Finding Files by Content and by Date in Solaris

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I’m accustomed to piping things using xargs (‘| xargs grep’), but this little snip works on filenames with spaces on Solaris without Gnu tools installed. Like xargs, the ‘+’ sign at the end collects the filenames into groups, and runs the command once per group (as opposed to each and every file instance which can be horribly inefficient):

find . -name "*.xml" -exec grep -i 'fillInBlankTestItem' /dev/null {} +

If you simply want to list all recent files based on their dates (the second half of each year starting in 2010, for example), you can simply list them using the recursive option on ‘ls’ like this:

ls -alhR | awk '$6 >= "Jun" && $7 >= 1 && $8 >= 2010 {print $6 $7 $8 $9 }'

If you’re looking for a particular file or set of files, then you might use:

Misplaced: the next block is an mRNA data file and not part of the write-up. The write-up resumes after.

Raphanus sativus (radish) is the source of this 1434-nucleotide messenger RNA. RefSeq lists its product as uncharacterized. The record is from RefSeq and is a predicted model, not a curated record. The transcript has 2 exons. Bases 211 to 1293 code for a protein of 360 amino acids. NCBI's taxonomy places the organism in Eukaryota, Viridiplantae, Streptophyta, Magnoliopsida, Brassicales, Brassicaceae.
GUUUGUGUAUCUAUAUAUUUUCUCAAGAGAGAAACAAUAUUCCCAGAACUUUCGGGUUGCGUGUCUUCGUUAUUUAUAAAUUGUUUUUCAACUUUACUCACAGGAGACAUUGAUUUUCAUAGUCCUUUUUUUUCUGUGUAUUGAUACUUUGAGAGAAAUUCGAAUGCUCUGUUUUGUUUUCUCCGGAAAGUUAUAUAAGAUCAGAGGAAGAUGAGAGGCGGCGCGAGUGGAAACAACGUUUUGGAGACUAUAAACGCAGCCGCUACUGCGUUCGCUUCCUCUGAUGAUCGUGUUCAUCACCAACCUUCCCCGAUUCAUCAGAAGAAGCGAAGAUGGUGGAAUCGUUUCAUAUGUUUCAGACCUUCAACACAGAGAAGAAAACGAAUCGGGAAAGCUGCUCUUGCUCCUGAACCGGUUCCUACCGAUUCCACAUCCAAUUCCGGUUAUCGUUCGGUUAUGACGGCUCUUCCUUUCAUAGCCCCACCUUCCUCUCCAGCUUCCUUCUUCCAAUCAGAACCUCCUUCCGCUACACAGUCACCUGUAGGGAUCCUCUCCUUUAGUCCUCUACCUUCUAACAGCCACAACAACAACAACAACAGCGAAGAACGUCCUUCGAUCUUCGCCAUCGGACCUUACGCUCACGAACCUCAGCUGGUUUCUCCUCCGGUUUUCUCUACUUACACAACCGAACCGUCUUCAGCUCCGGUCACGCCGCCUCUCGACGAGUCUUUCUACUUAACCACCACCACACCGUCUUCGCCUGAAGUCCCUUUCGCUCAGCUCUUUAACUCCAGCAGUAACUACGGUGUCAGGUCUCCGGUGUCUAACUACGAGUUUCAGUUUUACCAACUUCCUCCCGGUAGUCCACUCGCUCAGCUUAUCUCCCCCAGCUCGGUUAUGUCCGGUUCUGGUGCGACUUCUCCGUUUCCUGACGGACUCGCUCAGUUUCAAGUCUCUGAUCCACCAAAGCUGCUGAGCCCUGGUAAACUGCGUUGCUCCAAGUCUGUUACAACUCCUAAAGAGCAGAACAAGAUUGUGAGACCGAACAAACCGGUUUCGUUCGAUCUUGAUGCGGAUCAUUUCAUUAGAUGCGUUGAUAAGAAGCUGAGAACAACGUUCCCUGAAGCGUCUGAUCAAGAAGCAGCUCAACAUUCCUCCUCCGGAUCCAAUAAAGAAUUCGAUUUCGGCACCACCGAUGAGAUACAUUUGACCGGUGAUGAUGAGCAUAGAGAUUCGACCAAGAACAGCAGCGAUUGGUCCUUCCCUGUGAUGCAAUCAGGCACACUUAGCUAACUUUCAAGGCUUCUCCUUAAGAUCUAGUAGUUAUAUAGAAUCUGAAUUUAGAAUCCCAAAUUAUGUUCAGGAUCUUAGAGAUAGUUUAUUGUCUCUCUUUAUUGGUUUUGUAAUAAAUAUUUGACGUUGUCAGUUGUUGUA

find . -name "*.pdf" -ls | awk '$8 >= "Jun" && $8 >= 1 && $10 >= 2010 {print $8 $9 $10 $11 }'

Alternatively, if you wanted a set of files for all years starting from June 1st of 2010 (as of July 9, 2013), you might instead use:

find . -name "*.pdf" -mtime -1134 -ls | awk '{print $8 $9 $10 $11 }'

Want the information in the list tab-separated? Here’s all the files from March 1st of 2013:

find . -name "*.pdf" -ls | awk '$8 >= "Jun" && $8 >= 1 && $10 >= 2013 {print $8 "t" $9 "t" $10 "t" $11 }'

or, if you simply want all fields to use the same delimiter, you could replace the above line with:

find . -name "*.pdf" -ls | awk '$8 >= "Jun" && $8 >= 1 && $10 >= 2013 {OFS="t"; print $8, $9, $10, $11 }'

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